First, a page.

Another option for bracing of this condition would include an elbow extension splint, which is worn at night. This helps to prevent flexion (or bending) of your elbow while you are sleeping at night. Again, consider the rubber band. When you flex (bend) your elbow, you are causing increased pressure on the tendons that attach at the lateral epicondyle in your elbow. Keeping your arm in extension (straight) will help to prevent the tension being constantly placed on your elbow, especially at night. It is generally recommended that patients wear an elbow extension splint for a period of at least 4-6 weeks and for maintenance treatment after that point.
Your doctor will also tell you to modify your activities. This would include staying away from any activities that may aggravate the elbow. The obvious activity would be tennis, but there are other activities that can aggravate the elbow. There are many activities that would not be expected to cause this condition and they would include any activities that involve constant gripping (as in a tennis racket), such as knitting, raking, painting, typing, weight lifting, and carpentry. It is very important that you stay away from any activities that might aggravate the condition, especially during the first 1-3 months of treatment. If you are actively receiving treatments, but are still participating in activities that constantly aggravate the elbow, it is unlikely that you will improve. Modifying your activities can allow your tendons and bones to heal, which will ultimately lead to resolution of your condition.
Extracorporeal Shockwave Therapy
Another treatment for this condition is called extracorporeal shockwave therapy (ESWT). This is a type of stimulation treatment. Although studies have not found substantial benefit from the addition of this treatment for this condition, many doctors still consider it to be a good treatment option. More recent research on this topic has shown that it only produces a response that is similar to patients who had physical therapy alone and the addition of this treatment does not generally accelerate or enhance the recovery time. If this treatment is recommended, it is generally only recommended in patients who do not respond to initial treatments, including physical therapy, medications, activity modification, and bracing for a period of at least 6 months. Your doctor will never refer you for this treatment initially and it will only be considered if you continue to have pain for a long period of time and other treatments are not helping. This treatment would generally be recommended to be trialed before surgery is considered in most cases.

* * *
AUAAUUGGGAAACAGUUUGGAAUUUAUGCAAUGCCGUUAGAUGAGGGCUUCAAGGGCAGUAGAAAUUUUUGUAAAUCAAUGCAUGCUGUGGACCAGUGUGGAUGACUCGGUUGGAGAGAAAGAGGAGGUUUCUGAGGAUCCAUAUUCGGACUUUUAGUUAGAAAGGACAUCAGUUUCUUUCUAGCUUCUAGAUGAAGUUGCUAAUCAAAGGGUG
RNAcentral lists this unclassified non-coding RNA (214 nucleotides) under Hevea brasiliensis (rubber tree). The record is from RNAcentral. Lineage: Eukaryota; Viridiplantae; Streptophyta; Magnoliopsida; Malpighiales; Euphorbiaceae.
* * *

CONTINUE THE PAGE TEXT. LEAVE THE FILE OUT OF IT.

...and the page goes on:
Initial treatment can also include a course of physical therapy. Your doctor will typically recommend that you be referred for physical therapy for at least 4-6 weeks. The physical therapist will apply topical modalities, such as electrical stimulation, ice, heat, ultrasound, etc. The therapist will also perform active exercises with you and can instruct you on exercises that can be performed at home. It is very important to maintain an active, regular exercise program with performance of the exercises that the physical therapist has instructed you in. A regular exercise program can be very effective for this condition when combined with nonsteroidal anti-inflammatory medications, bracing, and activity modification.
Current evidence based literature states that a steroid/anesthetic injection is not specifically recommended in the treatment of lateral epicondylitis and is only capable of providing short term relief of less than 6 weeks. One study (http://www.medscape.org/viewarticle/582329) states that, in the short-term, a corticosteroid injection helps relieve symptoms from lateral epicondylitis. However, after 6 weeks, physical therapy would be superior to a steroid injection for symptom relief. A doctor may recommend an injection before you start a course of PT to help calm down the inflammation and provide some improvement in your pain to help you progress in a therapy program. However, there are other studies that state that a steroid injection can actually increase the risk for a poor outcome and greatly increase the risk for re-injury. Overall, the use of steroid injections to treat tennis elbow has been increasingly discouraged because of lack of long-term efficacy and high recurrence rates.
Another type of injection is called a platelet rich plasma injection or an autologous blood injection. This literally involves injecting some components of your blood into the elbow. Although research on this type of injection is inconclusive, it is usually recommended to be considered as an option before surgery. There are some studies that show that this type of injection can be therapeutic in patients who fail to respond to other standard treatment. However, this injection is still not recommended on a standard basis in the treatment for lateral epicondylitis.
Surgery and What to Expect
If you still have pain after the above conservative treatments, your doctor will usually recommend surgery. Surgery for this condition is usually a lateral epicondylar release or debridement. Surgical time is usually very short and does not usually require an inpatient stay. Most of the time, it can be performed in an outpatient setting. After surgery, a course of physical therapy is recommended. Current evidence based literature recommends about 12 sessions of therapy over 12 weeks, which is usually sufficient to rehabilitate the elbow. However, the post-operative recovery period could take up to 6 months.